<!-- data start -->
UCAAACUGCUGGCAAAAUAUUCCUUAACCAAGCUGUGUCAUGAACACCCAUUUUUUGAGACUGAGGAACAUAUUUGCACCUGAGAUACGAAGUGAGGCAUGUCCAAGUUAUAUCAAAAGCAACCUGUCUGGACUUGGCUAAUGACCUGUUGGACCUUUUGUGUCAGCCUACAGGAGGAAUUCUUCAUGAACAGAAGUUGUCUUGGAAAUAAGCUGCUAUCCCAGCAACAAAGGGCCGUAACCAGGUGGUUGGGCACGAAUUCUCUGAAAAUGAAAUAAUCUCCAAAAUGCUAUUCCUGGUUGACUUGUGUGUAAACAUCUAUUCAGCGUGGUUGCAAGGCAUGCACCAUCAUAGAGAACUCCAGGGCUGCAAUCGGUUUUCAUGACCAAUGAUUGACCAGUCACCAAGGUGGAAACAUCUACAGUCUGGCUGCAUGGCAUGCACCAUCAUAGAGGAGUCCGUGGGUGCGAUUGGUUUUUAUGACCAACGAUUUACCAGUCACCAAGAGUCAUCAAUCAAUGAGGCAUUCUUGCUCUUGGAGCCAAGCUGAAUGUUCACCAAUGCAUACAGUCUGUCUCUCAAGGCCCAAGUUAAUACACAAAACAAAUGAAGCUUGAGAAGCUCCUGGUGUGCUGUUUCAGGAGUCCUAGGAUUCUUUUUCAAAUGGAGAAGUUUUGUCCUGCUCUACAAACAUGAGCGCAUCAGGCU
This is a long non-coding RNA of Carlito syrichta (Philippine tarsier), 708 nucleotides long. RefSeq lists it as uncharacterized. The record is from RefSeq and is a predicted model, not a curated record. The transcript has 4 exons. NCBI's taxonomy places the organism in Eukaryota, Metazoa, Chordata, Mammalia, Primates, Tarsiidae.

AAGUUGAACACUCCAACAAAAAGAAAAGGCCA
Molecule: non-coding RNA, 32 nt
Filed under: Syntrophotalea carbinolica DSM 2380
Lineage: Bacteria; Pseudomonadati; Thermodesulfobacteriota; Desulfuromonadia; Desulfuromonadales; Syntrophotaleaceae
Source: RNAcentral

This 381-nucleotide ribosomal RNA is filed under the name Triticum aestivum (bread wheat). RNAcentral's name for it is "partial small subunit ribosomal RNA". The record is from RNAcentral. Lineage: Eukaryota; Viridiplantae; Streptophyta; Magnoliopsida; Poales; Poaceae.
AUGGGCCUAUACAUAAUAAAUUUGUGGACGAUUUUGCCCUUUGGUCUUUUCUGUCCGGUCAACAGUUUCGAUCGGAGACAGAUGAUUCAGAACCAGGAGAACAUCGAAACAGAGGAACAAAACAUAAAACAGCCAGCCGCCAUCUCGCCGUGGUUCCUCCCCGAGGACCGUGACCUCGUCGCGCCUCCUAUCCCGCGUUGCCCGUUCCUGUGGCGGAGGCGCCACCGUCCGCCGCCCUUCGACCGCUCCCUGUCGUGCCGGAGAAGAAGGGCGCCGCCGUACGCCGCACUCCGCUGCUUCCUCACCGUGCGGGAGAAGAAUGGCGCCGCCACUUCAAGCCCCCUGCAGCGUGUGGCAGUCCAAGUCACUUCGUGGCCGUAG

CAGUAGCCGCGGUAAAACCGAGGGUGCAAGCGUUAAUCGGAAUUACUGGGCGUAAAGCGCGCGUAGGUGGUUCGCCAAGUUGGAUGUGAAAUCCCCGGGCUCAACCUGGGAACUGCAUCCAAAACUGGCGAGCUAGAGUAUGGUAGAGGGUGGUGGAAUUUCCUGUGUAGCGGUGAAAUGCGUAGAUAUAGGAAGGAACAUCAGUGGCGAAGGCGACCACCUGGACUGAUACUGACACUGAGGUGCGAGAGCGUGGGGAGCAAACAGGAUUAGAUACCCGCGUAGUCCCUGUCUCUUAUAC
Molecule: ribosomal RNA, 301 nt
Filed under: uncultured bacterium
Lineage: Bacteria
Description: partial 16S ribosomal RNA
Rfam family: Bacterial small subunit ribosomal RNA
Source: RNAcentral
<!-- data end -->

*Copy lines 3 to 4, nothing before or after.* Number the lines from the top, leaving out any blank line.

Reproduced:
AAGUUGAACACUCCAACAAAAAGAAAAGGCCA
Molecule: non-coding RNA, 32 nt